The Fear of Looking and Organizational Intelligence

imagesEvery winter, with just the right amount of cabin fever,  I seem to muster up the courage to try to watch some kind of scary movie.  Predictably each time, I am crunched down in my seat in the middle of some horrifying scene, hands over my face, listening, but not really listening, to what is happening. When the scene is over, I will then, without fail, turn to my husband and say “what happened?”

Perhaps one of the most common things in working with churches that we hear is trepidation about what the Organizational Intelligence will find.   This fear can lead the church and its leadership to miss key pieces of its ministry and what is happening.   One of the best pieces of advice I ever received in litigation is to find my case’s weakest part – then take that weakest part head on and address it.  Do it before the opposing counsel gets to it or the judge notices it.    As an attorney this helps you control the narrative, and, hopefully, set the course for how your client’s story will play out.

It is simple advice really, but it is not instinctive.  It takes the old adage “find their weakness and exploit it” and turns it on its head.  It instead forces you to know your weakness, face it, and grow from there.   Perhaps most surprisingly, in my experience, acknowledging the weakness and calling it what it is can help focus move onto what is strong and where the greatest potential lies.

As someone new to this work, to me, this is what Organization Intelligence does. It takes out all of the guesswork. It removes the hands from the eyes and makes you watch the entire movie.  With this new whole vision, Organizational Intelligence places the control for the course of action back in the hands of the congregation and its leadership.  It helps churches discover what their weaknesses are and gives them an opportunity to turn those weakness with their strengths into instruments for change.   And what can come out of this intelligence and this new direction is something we, at Holy Cow! Consulting, get to see everyday.

For I am confident of this very thing, that He who began a good work in you will perfect it until the day of Christ Jesus. Philippians 1:6.

Emily Swanson

President, Holy Cow! Consulting

Organizational Intelligence and Energy

We don’t get burned out because of what we do. We get burned out because we forget why we do it. – Jon Gordon

UnknownIn his book, The Energy Bus, author Jon Gordon makes the case that organizational energy is fundamental to the success of any enterprise. We agree. Energy represents one of two bottom line measurements of church vitality (the other being satisfaction).

There are three characteristics of energy: intensity, pace, and endurance. High energy churches are enthusiastically engaged in their mission, they move their mission forward from ideas to action without miring down, and they sustain efforts over the long term in a manner that is self-replicating.   One of the mistakes that churches make with regard to energy is the failure to distinguish between baseline energy functions and premium energy functions.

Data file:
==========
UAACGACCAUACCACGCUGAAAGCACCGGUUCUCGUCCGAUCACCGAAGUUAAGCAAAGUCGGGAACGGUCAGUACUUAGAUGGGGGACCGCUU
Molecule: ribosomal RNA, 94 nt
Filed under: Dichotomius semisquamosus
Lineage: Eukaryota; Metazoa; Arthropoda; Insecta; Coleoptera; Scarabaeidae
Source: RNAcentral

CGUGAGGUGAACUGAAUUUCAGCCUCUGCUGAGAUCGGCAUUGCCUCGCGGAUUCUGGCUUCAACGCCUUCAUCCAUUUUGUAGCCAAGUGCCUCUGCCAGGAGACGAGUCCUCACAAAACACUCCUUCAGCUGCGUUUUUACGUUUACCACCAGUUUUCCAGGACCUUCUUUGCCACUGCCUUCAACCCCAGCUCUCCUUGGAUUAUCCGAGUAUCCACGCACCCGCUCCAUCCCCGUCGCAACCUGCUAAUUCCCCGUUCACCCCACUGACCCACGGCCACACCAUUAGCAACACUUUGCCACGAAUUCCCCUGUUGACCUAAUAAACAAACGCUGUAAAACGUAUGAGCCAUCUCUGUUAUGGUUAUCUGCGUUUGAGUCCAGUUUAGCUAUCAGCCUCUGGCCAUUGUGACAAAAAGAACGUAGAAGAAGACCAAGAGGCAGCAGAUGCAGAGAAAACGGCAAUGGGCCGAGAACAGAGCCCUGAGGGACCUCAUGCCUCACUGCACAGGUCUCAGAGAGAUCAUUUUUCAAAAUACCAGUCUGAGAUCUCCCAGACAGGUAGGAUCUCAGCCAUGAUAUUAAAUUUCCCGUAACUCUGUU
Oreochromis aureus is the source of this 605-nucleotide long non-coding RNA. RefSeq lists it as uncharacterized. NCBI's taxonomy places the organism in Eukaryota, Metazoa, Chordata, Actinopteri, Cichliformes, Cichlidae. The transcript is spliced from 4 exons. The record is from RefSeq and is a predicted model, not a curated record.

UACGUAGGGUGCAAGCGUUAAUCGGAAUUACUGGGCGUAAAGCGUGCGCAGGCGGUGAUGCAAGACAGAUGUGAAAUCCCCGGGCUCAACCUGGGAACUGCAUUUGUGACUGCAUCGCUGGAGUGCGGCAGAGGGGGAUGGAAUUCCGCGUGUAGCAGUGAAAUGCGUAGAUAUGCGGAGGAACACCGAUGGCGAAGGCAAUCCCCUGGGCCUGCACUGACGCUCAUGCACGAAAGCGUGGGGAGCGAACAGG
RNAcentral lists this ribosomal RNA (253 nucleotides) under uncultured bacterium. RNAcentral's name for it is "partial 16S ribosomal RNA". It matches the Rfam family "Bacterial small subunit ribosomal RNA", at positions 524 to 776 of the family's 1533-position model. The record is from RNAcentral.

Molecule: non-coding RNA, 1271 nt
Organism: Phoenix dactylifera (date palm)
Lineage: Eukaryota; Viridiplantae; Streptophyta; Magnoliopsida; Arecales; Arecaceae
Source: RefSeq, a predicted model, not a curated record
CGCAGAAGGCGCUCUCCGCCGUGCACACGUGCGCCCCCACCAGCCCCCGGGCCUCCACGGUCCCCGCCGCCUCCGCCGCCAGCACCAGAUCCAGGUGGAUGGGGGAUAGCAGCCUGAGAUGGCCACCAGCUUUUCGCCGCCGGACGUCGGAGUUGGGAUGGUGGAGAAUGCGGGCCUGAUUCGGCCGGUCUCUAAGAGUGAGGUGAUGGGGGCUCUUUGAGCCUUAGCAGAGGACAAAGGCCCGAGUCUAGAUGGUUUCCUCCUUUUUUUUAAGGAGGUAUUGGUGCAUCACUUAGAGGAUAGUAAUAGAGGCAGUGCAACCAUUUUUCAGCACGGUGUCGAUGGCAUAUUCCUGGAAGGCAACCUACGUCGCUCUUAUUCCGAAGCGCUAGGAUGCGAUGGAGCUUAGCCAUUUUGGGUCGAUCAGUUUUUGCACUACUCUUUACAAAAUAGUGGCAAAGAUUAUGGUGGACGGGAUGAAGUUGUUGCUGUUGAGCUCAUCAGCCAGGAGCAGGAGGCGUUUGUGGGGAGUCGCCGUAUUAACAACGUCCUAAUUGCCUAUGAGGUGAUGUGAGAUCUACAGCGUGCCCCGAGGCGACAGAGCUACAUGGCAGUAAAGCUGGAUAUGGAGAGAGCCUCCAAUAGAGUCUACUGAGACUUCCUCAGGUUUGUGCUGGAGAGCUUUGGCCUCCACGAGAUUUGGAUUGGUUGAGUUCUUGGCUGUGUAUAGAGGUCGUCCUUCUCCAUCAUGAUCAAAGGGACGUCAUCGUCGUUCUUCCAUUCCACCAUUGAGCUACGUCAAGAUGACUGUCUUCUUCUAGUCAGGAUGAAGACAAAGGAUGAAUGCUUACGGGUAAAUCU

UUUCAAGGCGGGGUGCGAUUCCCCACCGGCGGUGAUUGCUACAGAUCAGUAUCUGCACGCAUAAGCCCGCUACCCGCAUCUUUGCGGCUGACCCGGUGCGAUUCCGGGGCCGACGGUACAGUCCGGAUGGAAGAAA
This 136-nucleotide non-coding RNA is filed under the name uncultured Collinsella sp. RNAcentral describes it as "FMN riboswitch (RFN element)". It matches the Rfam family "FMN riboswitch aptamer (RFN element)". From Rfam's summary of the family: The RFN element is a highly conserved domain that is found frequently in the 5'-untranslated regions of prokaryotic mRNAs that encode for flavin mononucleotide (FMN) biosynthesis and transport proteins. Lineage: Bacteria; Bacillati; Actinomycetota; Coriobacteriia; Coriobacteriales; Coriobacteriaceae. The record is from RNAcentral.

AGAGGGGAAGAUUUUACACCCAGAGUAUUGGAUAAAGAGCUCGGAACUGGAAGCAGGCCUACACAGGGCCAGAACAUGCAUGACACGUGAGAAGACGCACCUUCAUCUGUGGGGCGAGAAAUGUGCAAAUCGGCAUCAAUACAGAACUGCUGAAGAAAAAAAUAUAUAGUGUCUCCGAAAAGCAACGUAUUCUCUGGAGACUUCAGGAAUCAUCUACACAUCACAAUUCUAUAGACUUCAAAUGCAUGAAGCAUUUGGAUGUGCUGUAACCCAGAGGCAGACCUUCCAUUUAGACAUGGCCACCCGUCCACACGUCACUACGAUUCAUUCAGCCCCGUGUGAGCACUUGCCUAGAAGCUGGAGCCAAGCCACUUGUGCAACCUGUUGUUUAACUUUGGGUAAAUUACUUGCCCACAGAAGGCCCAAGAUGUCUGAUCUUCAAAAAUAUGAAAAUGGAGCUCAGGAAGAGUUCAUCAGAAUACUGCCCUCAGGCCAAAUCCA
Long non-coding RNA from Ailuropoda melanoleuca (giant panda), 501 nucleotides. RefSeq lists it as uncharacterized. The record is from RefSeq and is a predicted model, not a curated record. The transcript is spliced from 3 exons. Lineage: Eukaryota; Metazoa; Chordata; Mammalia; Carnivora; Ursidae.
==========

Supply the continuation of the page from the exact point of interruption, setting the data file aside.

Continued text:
Baseline energy functions are those that people expect a church to exhibit as a minimum requirement. Research indicates that these include competent leadership, positive relationships, a safe and comfortable environment, and the fair treatment of individuals and groups. Baseline energy functions can only take a church so far. Once people feel good about the relationships within the church, passing the peace an extra time in worship won’t generate higher energy.

Premium energy functions are those that build on baseline energy functions and take energy to levels that people experience as exceptional. Premium energy functions include:

· Helping members and groups make significant achievements related to the mission
· Matching the gifts and motivations of members to ministry assignments
· Celebrating member and group contributions to the mission
· Offering members and groups opportunities for personal growth and development

When churches have low comparative scores in the area of hospitality, leaders often object that only a small percentages of folks are on the negative side of the questions. What they fail to realize is people today expect a church to have excellent relationships among themselves and guests. When a significant number of respondents are on the fence, a church will generally have difficulty generating baseline energy, and it becomes nearly impossible to generate the high level of energy that makes a church “hum” with spiritual electricity.

Russ Crabtree

Founder of Holy Cow! Consulting